This is quite typical of the kind of language we see on many of the labels. Just sort of straightforward, blah, and to the point. Yes, it leaves out any criticism or dark sides, but it also doesn’t lavish excessive praise.

There is absolutely plenty of room for criticism of this gallery, and most especially when it comes to the way Korea and Taiwan are discussed (holy fuck). But, really, it sort of leaves me feeling I don’t know what to say. On the one hand, I’m not surprised, given the circumstances of the museum’s founding, its continued control by Meiji Shrine, its character as a Memorial museum to the Meiji Emperor and not as a “history museum” per se, and most especially the fairly right-wing views of the current administration and of a significant portion of the Japanese population at large (and the conservative or middle-of-the-road, certainly not-all-that-progressive-at-all views of pretty much every Japanese government for the last 70 years). But while it’s understandable, that doesn’t mean it’s excusable. Especially not those comments about Korea. … I do sorely wish the whole museum might be redone as a “museum of the museum,” with labels distancing the museum in the present from the way things were presented in the past, and discussing the rhetoric and attitudes of that time, etc. … But, absent that happening, and outside of these egregious comments about Korea and Taiwan, I’m not 100% sure, actually, where to draw the line on all the rest of it. We in the US certainly aren’t above, or beyond, such kinds of debates. Sites like the Smithsonian American History Museum, and Pearl Harbor, remain at the center of periodic controversies over whether to tell a narrative that’s more purely nationalistic (and less critical), or whether to tell a more critical narrative that many see as horribly revisionist and as going too far. I’m not saying I agree with the latter group, but I am saying, how critical should we be?

If we were to “fix” this museum, what would we change, and how would we change it? While the horrifically offensive, imperialistic/colonialistic words regarding Korea and Taiwan are obvious places that need wholesale revision, what about everything else? What forms and types and expressions of nationalism are okay, and what are not? As historians, as teachers, as writers, as museum exhibit curators, what should we see as appropriate and inappropriate?

To what level should we crank the meter towards the “progressive,” and does every museum have to crank it to the same level? Is there any place at all for some slightly cleaner version of a conservative, relatively uncritical, flag-waving but not unabashedly sabre-rattling or heart-stirring, national(istic) narrative to still exist in some form in our societies, in our hearts & minds, in our education system, in our museums? Or not? And if not, where exactly is that line? As professional historians, as informed students of history, what exactly is the type of national(istic) history that we should, objectively or collectively, know to understand is okay, appropriate, and which types or forms or pieces of expression, rhetoric, or narrative, cross that line? I don’t “like” the Meiji Memorial Gallery – other than as a collection of aesthetically stunning and historically significant artworks, an artifact of its time, and a wonderfully thought-provoking experience – and I don’t support the Gallery’s narrative or its politics, but… as a person, as an individual in this society, it raises questions that I really don’t feel I have the answer to. And yet, there is this unspoken pressure that – as a historian, as a teacher, as an expert, all the more so than simply as a regular member of the public – I ought to know the answers, and that I had better figure it out quick, before my lack of more fully expert opinion on this matter costs me my academic career.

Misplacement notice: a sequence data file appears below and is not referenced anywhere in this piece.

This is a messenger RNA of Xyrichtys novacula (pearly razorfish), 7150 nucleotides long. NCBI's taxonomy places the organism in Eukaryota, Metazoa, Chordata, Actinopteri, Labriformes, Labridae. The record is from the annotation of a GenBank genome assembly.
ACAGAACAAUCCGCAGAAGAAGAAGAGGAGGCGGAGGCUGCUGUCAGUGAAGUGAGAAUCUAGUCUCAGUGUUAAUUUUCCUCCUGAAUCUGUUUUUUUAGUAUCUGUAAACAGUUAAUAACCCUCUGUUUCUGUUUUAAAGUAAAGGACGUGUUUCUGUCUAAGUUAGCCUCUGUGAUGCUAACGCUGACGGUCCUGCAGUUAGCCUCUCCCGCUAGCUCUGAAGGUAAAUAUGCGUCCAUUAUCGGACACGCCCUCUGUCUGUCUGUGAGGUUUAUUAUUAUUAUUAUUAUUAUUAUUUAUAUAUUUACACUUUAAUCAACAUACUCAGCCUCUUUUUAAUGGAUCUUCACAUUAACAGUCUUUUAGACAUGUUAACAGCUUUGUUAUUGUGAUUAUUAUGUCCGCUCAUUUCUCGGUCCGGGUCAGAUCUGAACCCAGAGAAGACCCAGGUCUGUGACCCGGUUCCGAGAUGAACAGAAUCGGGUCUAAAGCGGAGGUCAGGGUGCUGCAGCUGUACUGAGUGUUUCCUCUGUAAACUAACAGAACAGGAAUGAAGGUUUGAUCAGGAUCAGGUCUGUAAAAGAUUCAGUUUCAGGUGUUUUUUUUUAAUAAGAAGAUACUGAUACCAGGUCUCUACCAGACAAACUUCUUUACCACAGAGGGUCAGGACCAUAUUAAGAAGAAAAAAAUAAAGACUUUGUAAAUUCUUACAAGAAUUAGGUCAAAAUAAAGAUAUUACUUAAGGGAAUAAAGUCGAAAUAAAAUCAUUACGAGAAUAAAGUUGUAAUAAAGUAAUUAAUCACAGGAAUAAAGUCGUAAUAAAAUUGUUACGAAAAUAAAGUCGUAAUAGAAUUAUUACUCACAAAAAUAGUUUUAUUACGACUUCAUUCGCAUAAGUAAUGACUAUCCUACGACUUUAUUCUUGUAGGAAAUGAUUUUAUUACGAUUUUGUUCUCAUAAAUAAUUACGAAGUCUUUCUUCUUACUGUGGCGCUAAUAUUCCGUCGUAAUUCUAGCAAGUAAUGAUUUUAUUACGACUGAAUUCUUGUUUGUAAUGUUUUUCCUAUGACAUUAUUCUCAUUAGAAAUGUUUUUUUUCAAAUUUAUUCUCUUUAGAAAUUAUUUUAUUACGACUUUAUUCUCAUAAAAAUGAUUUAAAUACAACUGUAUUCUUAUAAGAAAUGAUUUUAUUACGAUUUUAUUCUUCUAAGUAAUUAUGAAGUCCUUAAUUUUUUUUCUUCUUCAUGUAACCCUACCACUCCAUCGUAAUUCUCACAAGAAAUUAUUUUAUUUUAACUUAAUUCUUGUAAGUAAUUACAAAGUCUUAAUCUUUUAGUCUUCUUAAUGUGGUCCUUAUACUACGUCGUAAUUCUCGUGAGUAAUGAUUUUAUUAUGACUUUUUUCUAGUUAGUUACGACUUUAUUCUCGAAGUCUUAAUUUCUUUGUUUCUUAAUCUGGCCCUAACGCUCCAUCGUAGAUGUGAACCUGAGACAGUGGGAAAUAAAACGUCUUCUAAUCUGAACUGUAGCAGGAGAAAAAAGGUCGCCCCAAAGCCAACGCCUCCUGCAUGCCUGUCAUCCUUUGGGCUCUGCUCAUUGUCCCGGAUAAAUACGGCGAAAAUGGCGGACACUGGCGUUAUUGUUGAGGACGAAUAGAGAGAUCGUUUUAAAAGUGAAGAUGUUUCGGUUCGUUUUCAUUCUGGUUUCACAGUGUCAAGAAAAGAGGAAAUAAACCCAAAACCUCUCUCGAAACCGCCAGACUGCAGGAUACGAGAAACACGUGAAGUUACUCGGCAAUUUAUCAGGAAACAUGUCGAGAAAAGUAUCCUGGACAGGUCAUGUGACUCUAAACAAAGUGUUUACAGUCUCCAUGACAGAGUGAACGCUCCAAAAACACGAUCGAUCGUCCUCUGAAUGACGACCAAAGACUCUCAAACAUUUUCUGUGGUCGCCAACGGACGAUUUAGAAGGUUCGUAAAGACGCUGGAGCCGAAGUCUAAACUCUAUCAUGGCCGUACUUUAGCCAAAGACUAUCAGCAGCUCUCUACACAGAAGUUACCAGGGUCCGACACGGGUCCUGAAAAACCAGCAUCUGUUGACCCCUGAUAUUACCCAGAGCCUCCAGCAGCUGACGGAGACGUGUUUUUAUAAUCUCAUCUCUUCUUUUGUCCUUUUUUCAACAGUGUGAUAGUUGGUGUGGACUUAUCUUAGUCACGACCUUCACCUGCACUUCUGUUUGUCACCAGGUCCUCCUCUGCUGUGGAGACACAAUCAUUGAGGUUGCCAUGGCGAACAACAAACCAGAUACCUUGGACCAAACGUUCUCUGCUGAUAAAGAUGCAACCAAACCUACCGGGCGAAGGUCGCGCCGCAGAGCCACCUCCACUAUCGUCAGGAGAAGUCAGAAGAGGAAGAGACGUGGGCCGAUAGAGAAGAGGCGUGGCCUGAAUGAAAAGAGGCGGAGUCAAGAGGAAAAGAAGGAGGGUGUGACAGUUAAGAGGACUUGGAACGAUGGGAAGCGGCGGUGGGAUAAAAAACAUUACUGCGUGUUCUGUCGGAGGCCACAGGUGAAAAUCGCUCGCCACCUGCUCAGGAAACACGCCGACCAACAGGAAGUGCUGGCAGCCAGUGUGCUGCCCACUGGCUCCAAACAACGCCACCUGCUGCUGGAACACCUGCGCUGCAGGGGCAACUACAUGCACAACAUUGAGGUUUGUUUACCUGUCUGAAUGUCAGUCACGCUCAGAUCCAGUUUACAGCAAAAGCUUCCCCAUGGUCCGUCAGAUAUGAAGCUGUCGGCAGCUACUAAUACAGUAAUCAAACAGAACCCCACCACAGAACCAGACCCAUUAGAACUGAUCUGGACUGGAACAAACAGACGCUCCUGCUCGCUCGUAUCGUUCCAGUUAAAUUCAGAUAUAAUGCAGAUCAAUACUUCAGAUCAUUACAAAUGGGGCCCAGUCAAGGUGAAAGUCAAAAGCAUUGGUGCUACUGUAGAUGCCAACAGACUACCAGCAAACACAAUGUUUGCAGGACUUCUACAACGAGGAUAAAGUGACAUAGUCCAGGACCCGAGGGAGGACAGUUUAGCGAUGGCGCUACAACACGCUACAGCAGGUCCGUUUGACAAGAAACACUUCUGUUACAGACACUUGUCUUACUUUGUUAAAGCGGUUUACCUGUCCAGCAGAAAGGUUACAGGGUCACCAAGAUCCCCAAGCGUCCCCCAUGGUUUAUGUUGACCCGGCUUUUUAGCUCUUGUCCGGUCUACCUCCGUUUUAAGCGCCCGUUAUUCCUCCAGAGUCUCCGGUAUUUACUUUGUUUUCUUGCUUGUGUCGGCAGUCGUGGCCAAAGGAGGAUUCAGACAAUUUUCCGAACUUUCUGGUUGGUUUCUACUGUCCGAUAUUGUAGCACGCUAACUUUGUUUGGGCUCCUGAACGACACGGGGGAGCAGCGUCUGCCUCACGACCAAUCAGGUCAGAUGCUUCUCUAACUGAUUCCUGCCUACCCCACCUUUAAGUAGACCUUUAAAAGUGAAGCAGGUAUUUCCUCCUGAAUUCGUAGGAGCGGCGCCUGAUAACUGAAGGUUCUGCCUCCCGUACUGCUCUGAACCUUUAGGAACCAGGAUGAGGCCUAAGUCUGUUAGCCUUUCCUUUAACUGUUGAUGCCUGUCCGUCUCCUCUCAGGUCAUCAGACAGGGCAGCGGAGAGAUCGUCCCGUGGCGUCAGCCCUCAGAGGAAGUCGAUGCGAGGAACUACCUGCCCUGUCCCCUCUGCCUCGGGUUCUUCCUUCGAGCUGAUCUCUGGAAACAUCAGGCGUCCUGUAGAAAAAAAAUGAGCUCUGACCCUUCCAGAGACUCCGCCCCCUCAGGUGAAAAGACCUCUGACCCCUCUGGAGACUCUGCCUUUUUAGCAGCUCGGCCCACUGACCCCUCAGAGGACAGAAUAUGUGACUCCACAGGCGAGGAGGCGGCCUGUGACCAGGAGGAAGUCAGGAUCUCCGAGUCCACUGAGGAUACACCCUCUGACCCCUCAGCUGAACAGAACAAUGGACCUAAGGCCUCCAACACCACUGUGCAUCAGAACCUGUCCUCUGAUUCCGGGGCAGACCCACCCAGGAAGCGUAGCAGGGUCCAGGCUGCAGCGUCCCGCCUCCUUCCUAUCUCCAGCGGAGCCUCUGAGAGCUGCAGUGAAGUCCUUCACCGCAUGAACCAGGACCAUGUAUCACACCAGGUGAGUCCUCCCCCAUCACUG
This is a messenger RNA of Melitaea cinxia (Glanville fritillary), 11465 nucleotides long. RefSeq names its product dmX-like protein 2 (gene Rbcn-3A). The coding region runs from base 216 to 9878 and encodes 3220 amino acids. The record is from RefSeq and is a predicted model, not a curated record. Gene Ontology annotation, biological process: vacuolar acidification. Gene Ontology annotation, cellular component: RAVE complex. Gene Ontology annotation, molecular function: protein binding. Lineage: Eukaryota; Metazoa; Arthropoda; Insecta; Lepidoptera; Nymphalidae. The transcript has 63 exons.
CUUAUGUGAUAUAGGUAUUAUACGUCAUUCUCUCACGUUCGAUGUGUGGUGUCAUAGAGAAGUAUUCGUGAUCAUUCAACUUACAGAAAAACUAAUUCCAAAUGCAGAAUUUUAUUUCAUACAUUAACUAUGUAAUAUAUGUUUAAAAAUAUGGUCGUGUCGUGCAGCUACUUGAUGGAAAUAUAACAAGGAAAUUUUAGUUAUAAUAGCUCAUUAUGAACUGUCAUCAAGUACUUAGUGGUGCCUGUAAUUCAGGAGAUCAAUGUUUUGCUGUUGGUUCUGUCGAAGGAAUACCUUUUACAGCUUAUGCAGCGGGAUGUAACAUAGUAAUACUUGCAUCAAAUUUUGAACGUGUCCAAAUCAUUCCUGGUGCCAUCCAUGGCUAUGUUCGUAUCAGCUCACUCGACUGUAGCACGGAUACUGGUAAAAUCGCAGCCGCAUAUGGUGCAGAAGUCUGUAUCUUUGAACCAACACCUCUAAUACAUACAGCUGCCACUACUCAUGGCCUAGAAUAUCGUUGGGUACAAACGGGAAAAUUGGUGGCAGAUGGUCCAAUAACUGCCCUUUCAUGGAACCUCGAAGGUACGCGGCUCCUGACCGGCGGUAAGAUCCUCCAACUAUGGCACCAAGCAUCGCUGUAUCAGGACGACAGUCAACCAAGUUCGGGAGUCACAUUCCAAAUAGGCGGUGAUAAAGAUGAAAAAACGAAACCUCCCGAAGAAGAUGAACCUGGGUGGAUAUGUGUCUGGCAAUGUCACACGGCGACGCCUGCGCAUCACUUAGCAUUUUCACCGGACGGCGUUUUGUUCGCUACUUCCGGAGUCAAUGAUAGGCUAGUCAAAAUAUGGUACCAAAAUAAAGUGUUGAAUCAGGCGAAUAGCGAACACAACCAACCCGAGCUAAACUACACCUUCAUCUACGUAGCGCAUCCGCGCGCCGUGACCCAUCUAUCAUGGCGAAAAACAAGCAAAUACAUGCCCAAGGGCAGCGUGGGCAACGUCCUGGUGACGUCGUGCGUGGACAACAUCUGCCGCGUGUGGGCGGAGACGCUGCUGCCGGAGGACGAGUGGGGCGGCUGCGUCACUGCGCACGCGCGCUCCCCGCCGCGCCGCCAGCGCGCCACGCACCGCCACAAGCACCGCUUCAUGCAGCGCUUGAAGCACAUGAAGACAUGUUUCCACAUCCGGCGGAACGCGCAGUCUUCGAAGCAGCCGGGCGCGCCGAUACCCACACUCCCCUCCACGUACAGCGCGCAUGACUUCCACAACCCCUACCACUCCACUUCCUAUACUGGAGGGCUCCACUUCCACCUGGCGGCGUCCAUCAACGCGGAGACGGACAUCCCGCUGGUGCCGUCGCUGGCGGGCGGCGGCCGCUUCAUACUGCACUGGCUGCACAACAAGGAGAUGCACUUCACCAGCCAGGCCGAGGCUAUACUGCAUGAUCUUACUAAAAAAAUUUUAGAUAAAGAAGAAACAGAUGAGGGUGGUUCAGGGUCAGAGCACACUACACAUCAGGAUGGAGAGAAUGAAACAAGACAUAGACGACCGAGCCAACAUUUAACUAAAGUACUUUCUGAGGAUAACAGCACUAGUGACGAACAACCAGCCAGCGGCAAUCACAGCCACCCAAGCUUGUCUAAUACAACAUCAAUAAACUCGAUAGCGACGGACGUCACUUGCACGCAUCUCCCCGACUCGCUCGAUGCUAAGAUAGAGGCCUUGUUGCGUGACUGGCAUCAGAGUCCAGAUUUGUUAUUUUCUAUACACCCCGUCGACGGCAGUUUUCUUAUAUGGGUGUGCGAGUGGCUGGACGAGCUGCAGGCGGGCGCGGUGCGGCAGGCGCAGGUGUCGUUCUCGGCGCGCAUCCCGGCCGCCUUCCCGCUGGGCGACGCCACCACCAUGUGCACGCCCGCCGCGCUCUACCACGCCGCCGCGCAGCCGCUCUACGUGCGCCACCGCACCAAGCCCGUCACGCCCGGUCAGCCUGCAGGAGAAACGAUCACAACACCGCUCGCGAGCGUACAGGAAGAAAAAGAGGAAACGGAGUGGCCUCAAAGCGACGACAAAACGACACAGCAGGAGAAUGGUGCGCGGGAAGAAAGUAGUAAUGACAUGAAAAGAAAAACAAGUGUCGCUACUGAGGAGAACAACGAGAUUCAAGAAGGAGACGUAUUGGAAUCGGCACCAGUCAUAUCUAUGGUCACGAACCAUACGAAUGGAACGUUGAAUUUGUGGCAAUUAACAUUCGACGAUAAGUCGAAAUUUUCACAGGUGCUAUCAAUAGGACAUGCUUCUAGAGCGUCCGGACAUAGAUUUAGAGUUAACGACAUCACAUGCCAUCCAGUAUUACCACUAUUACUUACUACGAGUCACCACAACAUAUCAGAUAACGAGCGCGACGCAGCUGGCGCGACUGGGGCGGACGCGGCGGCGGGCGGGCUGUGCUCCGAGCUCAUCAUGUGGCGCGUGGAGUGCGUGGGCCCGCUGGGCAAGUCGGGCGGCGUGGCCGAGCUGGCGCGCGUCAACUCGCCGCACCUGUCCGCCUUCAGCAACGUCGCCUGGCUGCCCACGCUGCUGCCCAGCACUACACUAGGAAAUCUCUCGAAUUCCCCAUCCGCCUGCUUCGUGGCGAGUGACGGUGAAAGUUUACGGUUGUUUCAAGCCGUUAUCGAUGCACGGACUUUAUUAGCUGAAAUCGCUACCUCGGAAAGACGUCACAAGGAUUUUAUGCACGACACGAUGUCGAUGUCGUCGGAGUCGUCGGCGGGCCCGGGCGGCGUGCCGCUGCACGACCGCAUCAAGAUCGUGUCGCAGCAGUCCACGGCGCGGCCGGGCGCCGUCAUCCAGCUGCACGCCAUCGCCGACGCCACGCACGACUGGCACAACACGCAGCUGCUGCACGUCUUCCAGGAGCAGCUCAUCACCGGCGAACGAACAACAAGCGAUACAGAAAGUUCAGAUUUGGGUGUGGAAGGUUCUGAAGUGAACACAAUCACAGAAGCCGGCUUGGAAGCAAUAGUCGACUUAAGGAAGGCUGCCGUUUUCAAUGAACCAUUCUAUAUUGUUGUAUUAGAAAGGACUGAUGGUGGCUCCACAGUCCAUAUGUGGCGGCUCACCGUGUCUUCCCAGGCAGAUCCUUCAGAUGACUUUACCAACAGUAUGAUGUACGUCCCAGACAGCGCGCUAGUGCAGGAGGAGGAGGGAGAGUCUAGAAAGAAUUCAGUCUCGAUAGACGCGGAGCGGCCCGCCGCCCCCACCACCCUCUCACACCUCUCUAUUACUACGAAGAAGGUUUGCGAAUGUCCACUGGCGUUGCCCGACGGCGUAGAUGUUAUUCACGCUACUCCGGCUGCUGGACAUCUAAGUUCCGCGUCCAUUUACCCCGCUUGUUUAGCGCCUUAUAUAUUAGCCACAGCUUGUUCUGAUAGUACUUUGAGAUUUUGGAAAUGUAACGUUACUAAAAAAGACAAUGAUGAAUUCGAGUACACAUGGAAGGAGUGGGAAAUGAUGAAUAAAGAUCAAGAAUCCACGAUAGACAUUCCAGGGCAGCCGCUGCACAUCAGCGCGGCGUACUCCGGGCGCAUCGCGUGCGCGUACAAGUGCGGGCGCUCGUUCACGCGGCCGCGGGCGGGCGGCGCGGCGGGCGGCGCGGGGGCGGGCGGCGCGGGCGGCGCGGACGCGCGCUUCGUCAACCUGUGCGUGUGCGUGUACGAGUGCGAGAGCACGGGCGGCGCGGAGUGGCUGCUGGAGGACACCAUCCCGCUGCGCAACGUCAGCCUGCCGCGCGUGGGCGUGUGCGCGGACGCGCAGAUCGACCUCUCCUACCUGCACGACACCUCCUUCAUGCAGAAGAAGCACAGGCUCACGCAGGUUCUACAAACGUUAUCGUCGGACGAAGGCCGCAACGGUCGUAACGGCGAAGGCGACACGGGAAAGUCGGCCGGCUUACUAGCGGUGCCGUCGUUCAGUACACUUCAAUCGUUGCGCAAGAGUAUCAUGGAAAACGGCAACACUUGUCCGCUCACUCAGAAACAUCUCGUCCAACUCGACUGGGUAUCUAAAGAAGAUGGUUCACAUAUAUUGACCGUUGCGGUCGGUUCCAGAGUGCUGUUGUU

*I am well aware of the extensive debates as to whether totalitarian, authoritarian, ultra-nationalist Japan in the 1920s-40s was in fact “fascist” by comparison to either the Italian or German standards. And, I think there’s a lot of merit to the “‘fascist’ isn’t a particularly accurate or helpful label” argument – especially if we take Mussolini’s particular form of fascism as *the* model against which to judge. But, since I can’t say “Shôwa” style (the Showa period went all the way until 1989, and “Showa style” is more often used to refer to the aesthetics of the postwar era), and since I find “totalitarian,” “authoritarian,” and so forth too un-specific for referring to the particular case of 1920s-40s Japan, I’m going with “fascist.”